Michael J. Swart

November 10, 2017

Postponing Our Use of In Memory OLTP

Filed under: Miscelleaneous SQL,SQLServerPedia Syndication,Technical Articles — Michael J. Swart @ 9:30 am

Devops, Agile and Continuous Delivery

Sometimes I get asked about work and our software development practices. Often these questions use words like agile, devops, or continuous delivery as in “Are you agile?” or “Do you do continuous delivery?”. But these questions rarely have yes or no answers. I always want to answer “It’s a work in progress”.

One of the things I like best about the PASS Summit is the opportunity to talk to people to find out how they do development. After speaking with others, it seems like everyone’s processes are always going to be works-in-progress. But I’ve come to realize that at D2L, we’re pretty far along. Here are just some of the things we do:

Things We Do

  • Deployments to production are scheduled and almost completely automatic. This lets us deploy way more often than we used to.
  • All code – including procedures and table definitions – are checked in.
  • Automatic tests are run on every pull request and merge.
  • Safety is a huge concern. We use feature flags and other techniques, but it remains difficult to maintain large complicated systems safely.
  • We use blue-green deployments for zero downtime.
  • The database layer is an exception to this blue-green technique. So it’s very important to be able to rollback any changes or configuration.

Sardines and Whales

This means we must also support thousands of copies of our main database. They’re used for client sites, test sites, qa sites, or whatever. So that leads to a variety of server configurations that I refer to as sardines and whales:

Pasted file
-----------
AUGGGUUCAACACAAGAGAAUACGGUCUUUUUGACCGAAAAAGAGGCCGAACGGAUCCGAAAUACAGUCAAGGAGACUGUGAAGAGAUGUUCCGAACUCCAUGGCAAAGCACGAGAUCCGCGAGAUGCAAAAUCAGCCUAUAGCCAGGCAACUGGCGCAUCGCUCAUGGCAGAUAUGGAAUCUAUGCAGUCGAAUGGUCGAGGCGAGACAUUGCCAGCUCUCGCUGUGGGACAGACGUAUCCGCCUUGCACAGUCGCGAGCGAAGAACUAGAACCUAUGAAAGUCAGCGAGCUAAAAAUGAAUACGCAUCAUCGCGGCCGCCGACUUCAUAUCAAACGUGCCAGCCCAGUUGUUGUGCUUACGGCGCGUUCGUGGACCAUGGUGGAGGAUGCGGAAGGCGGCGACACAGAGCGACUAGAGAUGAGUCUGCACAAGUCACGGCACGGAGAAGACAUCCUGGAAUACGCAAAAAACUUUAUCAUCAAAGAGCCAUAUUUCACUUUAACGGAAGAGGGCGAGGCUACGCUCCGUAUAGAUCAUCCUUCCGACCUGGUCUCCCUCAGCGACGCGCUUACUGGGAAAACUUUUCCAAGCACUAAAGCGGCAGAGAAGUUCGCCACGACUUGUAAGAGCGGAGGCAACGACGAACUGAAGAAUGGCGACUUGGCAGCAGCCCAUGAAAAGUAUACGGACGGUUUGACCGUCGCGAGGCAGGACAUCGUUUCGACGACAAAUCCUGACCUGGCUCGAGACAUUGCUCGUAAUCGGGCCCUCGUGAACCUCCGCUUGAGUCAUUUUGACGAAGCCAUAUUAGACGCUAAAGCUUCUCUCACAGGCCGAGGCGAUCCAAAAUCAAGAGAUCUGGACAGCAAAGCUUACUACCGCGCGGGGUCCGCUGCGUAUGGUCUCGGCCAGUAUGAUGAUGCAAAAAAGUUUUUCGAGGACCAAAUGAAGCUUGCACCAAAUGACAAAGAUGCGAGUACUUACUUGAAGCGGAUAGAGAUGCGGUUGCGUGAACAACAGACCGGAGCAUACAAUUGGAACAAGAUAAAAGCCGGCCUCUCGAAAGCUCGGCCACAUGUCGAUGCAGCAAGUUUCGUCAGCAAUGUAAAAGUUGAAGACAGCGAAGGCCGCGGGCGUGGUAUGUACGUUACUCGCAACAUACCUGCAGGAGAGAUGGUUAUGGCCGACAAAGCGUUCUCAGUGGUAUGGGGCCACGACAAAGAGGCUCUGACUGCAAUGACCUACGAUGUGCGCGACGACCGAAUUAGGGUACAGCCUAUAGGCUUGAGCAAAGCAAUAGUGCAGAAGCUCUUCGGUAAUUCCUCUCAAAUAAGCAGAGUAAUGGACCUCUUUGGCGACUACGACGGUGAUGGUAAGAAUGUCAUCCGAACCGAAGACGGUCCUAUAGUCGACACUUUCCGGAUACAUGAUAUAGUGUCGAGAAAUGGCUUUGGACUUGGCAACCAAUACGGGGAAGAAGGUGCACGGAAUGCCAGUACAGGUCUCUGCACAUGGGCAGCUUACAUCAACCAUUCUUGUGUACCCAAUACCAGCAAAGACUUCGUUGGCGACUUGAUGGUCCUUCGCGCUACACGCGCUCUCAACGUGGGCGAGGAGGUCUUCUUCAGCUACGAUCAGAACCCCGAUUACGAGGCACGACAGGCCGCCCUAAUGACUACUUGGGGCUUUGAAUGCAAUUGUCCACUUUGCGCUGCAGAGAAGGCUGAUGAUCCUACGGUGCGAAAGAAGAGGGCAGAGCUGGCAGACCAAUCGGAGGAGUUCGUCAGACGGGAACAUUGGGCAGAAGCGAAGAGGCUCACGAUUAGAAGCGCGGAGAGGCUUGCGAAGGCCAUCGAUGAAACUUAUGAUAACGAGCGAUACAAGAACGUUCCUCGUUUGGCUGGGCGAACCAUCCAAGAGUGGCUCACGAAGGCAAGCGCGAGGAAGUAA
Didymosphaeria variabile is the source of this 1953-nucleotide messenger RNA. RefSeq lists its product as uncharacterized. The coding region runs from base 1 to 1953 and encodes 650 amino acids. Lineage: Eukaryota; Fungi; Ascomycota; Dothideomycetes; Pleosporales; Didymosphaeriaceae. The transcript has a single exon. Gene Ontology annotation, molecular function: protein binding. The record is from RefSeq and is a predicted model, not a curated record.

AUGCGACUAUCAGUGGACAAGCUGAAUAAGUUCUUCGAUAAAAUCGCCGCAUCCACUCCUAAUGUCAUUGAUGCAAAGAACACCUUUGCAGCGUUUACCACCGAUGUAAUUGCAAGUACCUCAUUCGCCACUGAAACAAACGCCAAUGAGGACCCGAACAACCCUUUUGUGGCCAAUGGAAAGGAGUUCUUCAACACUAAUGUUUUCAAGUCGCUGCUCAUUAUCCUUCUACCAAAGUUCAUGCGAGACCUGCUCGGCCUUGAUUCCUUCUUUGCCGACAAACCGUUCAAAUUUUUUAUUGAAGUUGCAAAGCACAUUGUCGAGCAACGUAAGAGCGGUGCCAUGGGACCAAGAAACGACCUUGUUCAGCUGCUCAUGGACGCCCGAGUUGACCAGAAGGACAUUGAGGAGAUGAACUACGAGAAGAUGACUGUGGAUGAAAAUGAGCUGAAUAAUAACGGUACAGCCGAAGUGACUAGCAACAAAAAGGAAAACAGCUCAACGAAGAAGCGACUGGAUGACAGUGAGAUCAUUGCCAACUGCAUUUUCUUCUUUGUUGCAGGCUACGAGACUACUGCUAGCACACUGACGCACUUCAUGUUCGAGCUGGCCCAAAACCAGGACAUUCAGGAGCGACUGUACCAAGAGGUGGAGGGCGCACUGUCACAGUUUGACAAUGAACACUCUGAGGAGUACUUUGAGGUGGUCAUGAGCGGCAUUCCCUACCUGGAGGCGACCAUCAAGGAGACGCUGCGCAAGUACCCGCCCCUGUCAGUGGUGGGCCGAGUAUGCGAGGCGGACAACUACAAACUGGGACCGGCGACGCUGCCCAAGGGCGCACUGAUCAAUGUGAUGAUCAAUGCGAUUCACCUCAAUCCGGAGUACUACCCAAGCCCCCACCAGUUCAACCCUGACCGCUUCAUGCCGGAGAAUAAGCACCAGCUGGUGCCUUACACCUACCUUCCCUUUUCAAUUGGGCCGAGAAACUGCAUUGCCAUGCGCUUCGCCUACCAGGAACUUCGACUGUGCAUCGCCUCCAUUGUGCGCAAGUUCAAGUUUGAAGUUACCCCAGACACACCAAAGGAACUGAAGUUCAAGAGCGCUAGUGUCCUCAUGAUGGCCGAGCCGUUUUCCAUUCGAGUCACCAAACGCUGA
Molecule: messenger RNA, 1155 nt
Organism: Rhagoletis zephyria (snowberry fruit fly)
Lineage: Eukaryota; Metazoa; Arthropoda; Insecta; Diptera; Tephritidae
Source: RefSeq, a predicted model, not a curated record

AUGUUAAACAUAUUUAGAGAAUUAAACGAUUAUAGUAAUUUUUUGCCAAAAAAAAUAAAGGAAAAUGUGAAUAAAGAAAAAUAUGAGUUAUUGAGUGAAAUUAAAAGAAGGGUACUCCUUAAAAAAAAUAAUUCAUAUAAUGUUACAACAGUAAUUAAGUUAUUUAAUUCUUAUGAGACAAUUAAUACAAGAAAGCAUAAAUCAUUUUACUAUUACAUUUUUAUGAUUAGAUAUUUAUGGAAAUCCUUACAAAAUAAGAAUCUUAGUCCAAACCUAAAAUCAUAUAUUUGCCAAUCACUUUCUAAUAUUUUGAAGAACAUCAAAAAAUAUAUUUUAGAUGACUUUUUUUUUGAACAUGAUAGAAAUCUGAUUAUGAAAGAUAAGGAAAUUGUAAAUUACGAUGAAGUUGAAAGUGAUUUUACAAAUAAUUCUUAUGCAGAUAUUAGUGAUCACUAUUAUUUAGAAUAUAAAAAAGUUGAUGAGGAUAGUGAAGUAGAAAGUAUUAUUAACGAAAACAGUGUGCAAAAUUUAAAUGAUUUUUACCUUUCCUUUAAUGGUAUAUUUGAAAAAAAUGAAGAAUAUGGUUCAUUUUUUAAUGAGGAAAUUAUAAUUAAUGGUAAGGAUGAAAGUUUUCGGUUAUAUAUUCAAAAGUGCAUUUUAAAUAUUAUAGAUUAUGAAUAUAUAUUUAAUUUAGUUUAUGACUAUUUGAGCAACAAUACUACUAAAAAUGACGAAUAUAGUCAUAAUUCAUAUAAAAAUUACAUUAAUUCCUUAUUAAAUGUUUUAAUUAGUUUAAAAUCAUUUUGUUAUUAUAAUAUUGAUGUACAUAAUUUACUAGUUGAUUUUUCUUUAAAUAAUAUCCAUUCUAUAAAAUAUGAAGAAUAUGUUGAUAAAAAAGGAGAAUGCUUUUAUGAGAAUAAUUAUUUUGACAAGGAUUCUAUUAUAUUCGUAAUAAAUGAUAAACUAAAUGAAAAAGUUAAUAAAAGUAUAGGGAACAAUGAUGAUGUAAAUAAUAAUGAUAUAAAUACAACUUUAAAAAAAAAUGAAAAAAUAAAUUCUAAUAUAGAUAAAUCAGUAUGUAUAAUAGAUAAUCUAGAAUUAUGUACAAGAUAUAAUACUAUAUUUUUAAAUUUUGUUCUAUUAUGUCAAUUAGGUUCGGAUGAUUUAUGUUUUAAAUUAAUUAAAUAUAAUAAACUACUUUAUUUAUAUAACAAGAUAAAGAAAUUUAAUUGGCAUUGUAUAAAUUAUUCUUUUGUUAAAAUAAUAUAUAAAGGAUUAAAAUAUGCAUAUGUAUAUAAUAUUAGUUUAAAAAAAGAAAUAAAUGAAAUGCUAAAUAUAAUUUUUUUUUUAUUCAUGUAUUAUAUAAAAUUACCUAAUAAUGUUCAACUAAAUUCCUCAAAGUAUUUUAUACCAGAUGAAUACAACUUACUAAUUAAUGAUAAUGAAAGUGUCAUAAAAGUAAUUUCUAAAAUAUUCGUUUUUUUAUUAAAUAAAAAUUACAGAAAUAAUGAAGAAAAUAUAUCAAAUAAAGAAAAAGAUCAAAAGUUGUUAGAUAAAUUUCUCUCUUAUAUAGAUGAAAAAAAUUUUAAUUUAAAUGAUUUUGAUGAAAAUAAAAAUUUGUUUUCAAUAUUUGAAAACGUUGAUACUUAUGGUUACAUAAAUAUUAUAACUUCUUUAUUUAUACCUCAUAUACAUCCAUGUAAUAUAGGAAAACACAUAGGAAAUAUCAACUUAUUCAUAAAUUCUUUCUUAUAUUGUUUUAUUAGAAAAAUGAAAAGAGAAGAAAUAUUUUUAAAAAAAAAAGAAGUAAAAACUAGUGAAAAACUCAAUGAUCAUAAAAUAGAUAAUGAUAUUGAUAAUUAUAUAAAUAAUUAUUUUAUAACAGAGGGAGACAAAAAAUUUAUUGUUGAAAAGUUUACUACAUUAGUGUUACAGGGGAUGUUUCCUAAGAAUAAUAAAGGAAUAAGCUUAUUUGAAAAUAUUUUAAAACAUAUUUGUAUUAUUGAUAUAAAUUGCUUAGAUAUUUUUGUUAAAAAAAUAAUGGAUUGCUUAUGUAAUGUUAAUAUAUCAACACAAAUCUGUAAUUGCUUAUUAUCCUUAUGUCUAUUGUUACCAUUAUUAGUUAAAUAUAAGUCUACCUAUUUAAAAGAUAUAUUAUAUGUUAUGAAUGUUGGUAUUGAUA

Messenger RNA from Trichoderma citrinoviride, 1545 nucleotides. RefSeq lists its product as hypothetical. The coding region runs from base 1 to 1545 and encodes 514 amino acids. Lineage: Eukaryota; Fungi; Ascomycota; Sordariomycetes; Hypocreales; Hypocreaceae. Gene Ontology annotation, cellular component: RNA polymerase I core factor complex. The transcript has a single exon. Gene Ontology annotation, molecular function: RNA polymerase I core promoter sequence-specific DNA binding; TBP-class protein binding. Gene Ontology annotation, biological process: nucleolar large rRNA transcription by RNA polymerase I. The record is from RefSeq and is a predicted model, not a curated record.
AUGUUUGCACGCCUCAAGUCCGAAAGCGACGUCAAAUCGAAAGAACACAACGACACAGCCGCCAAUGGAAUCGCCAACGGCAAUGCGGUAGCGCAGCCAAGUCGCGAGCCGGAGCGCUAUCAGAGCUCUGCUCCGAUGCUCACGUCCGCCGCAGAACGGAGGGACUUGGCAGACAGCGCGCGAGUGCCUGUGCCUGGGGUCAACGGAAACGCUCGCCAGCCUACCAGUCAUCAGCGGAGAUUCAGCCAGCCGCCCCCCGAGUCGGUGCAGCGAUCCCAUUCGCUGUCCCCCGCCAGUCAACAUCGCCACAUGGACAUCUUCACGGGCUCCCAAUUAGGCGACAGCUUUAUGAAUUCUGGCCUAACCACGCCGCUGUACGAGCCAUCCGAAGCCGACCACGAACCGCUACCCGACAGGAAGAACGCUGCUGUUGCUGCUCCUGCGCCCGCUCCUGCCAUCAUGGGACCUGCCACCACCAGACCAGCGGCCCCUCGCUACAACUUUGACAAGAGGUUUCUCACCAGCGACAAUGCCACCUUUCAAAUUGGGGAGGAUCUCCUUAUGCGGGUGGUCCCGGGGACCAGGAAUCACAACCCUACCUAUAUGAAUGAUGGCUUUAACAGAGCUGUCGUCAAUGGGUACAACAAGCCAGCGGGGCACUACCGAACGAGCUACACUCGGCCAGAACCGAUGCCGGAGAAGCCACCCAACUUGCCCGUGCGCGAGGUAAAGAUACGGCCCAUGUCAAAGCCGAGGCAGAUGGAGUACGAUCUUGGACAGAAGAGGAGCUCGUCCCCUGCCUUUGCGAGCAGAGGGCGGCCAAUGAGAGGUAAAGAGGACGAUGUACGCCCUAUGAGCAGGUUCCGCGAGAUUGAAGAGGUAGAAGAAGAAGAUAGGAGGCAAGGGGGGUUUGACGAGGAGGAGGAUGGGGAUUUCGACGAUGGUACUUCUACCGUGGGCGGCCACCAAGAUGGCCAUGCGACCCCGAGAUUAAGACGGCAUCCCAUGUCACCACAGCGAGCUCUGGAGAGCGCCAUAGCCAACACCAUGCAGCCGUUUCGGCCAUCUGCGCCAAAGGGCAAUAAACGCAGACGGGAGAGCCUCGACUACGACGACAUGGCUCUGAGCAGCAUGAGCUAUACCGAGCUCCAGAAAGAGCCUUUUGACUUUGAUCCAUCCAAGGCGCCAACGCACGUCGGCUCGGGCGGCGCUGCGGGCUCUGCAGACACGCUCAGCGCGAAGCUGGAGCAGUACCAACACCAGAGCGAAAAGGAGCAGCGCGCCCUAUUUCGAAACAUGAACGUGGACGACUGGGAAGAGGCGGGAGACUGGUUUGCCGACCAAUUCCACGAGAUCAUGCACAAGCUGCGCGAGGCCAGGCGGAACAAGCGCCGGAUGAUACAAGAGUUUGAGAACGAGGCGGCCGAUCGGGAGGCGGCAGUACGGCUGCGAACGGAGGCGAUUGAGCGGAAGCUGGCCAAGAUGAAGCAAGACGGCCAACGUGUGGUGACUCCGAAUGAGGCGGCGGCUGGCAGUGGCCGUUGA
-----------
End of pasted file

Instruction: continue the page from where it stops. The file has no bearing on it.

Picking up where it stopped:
Look at those sardines. They’re quite happy where they are. The server can handle up to a thousand databases when there’s almost no activity.

But that whale is on a huge server and is extremely busy. Because of the high volume of transactions, we sometimes encounter tempdb contention due to our frequent use of table valued parameters. One technique I’ve been looking forward to evaluating is using memory optimized table types.

Maybe We Can Use In Memory OLTP?

I’m actually not very interested in memory optimized tables. I’m much more interested in the memory optimized table types. Those types can be used for table valued parameters. I can’t tell you how excited I was that it might solve my tempdb pet peeve.

But our dreams for the feature died

We’re leaving the feature behind for a few reasons. There’s an assumption we relied on for the sardine servers: Databases that contain no data and serve no activity should not require significant resources like disk space or memory. However, when we turned on In Memory OLTP by adding the filegroup for the memory-optimized data, we found that the database began consuming memory and disk (about 2 gigabytes of disk per database). This required extra resources for the sardine servers. So for example, 1000 databases * 2Gb = 2Tb for a server that should be empty.

Another reason is that checkpoints began to take longer. Checkpoints are not guaranteed to be quick, but on small systems they take a while which impacts some of our Continuous Integration workflows.

At the PASS Summit, I talked to a Hekaton expert panel. I also talked to a couple people in the Microsoft SQL Server clinic about some of my issues. They all recommended that we upgrade to SQL Server 2016 (which we can’t yet). Maybe I didn’t phrase my questions well, but I didn’t come away with any useful strategy to pursue.

I later talked to a Speaker Idol contestant Brian Carrig (@briancarrig) after hearing him talk briefly about his experiences with In Memory OLTP. He mentioned his own hard-fought lessons with In Memory OLTP including some uncomfortable outages.

The final nail in the coffin, as it were, is that once you turn on In Memory OLTP, you can’t turn it off. Once the In Memory OLTP filegroup is added, it’s there for good. Like I said, safety is a huge concern for us so we’re giving up on the feature for now.

Resurrecting the Feature?

The feature was designed for whales, not sardines. Maybe someday we will try to get those sardine servers to not fail with In Memory OLTP. Until then, the feature goes back on the shelf.

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